Customer Reviews for

Far From the Tree: Parents, Children and the Search for Identity

Average Rating 4.5
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Most Helpful Favorable Review

15 out of 17 people found this review helpful.

How do we raise children who are profoundly different than we ar

How do we raise children who are profoundly different than we are?

This is the question posed by award-winning writer Andrew Solomon in "Far From The Tree." How do parents deal with raising a child who isn't what they expected him or her to be? What if the ch...
How do we raise children who are profoundly different than we are?

This is the question posed by award-winning writer Andrew Solomon in "Far From The Tree." How do parents deal with raising a child who isn't what they expected him or her to be? What if the child is autistic? Deaf? Has Down Syndrome? Or has dwarfism? And how much does nurture have to do with the people our children become? Or is it more due to nature, or genetics that are unchangeable?

Solomon began writing this book twelve years ago, after attending a protest of deaf students who opened his eyes to seeing people with `differences' as not having disabilities, but having their own unique gifts. He follows the lives of many families who are faced with the challenge of raising children who are profoundly different than they expected them to be. Each of these stories reveals in their own way the nature of humanity, the unconditional love of parents for their children, and the desire for all humans to be valued as individuals.

Don't get me wrong, though. Not all parents succeed at raising their children to excel and rise above any cultural prejudices. Some fail, but that is unfortunately the nature of life, I suppose. Combining the successes with failures adds to the completeness of this book.

While putting the main focus on the families he describes in eloquent detail, Solomon also shines a spotlight on his own upbringing. The gay son of heterosexual parents, who was also dyslexic and bullied for not conforming to the stereotypical expectations of what a typical male should be, Solomon reveals how he overcame his insecurities to not only accept himself, but to decide to become a father.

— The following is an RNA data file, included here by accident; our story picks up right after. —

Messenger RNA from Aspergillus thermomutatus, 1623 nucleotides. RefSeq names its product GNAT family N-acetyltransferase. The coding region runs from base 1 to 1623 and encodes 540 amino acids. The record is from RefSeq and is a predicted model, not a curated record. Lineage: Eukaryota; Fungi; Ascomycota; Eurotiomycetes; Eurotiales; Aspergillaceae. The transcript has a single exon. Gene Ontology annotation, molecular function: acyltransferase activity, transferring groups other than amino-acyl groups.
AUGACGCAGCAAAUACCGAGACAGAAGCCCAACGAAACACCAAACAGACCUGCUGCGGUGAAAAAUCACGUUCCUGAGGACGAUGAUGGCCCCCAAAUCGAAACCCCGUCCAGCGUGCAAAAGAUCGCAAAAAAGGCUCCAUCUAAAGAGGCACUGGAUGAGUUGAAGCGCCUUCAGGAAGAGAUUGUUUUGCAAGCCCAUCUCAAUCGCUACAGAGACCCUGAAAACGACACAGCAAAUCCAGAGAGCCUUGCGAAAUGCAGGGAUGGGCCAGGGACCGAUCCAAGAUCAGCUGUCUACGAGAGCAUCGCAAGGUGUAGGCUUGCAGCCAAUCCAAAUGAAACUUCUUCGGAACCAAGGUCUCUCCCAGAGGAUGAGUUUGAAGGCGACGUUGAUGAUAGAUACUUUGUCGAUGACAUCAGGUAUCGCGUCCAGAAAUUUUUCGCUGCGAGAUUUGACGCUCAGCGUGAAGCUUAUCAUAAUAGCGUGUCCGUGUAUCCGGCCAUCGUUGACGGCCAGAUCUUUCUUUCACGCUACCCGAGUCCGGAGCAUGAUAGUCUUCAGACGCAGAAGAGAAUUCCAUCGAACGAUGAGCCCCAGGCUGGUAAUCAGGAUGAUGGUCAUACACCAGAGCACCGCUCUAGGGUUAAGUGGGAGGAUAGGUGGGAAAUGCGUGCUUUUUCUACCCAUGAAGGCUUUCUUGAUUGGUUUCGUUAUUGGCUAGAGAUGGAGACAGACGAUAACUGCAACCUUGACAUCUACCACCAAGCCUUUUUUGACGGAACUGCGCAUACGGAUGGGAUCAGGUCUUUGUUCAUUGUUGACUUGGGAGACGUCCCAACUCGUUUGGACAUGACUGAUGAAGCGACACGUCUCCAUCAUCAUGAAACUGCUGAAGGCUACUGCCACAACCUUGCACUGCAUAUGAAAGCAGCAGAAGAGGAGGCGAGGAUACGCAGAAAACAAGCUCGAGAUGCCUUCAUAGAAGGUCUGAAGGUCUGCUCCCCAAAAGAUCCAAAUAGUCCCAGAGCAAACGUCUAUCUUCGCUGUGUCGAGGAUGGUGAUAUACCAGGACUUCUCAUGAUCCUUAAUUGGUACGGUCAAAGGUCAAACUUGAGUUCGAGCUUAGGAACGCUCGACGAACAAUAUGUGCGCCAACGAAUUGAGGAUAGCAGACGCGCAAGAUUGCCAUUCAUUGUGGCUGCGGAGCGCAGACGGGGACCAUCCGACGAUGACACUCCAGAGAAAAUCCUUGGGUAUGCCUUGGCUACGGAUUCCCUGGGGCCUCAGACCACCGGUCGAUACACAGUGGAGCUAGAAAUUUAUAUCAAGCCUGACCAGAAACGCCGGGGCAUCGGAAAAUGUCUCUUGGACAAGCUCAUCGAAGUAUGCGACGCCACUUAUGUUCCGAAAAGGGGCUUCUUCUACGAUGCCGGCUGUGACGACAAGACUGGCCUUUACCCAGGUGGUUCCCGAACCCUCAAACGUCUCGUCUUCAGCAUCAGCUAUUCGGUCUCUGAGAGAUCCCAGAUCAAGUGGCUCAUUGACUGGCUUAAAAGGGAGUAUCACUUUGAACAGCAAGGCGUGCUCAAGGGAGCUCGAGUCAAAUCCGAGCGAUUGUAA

As a father myself, I found Solomon's stories moving, inspiring, and thought-provoking. At times I wondered whether I would have the inner strength of many of the parents in this book. I would like to think so.

Reading this book made me think of two other exceptional books that also deal with unique parenting challenges. I highly recommend them as nice companions to Solomon's book.

Anthony Youn's "In Stitche"s successfully spotlights the clash that occurs when immigrant, old-school parents raise a child in today's America. How do children react when their parents push them excessively, causing them to become social outcasts? Youn's struggle to deal with his parents' expectations and being the only ethnic minority in his entire town, are at times humorous, moving, and inspiring. It has shades of the controversial book "Battle Hymn of the Tiger Mother", but is a much more entertaining and empathetic read.

"Monkey Mind: A Memoir of Anxiety" is a memoir I recently discovered from Daniel Smith, a person challenged with severe anxiety issues all his life. Smith details his sometimes funny but always revealing methods he used to deal with anxiety, both as a child and in adulthood. His mother and their relationship is also a big part of his story. I enjoyed this one.

posted by 7970514 on November 15, 2012

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Most Helpful Critical Review

2 out of 6 people found this review helpful.

read if you only want one side of the story

I found this book very unsettling. You possibly would like it if you come from the same perspective or opinion as the author. I found the research to be outdated and the interviews he selected were of his same bias. There is so much to the story. I am speaking on the "...
I found this book very unsettling. You possibly would like it if you come from the same perspective or opinion as the author. I found the research to be outdated and the interviews he selected were of his same bias. There is so much to the story. I am speaking on the "Deaf" chapter. He evidently has not done his homework outside of the Deaf culture (which of course deserves to be celebrated) because there are some amazing stories for deaf and hard of hearing kids who are communicating through spoken language that also deserve to be celebrated. He told none of those stories. Not an accurate picture in my opinion. Very misleading.

posted by 3647165 on March 26, 2013

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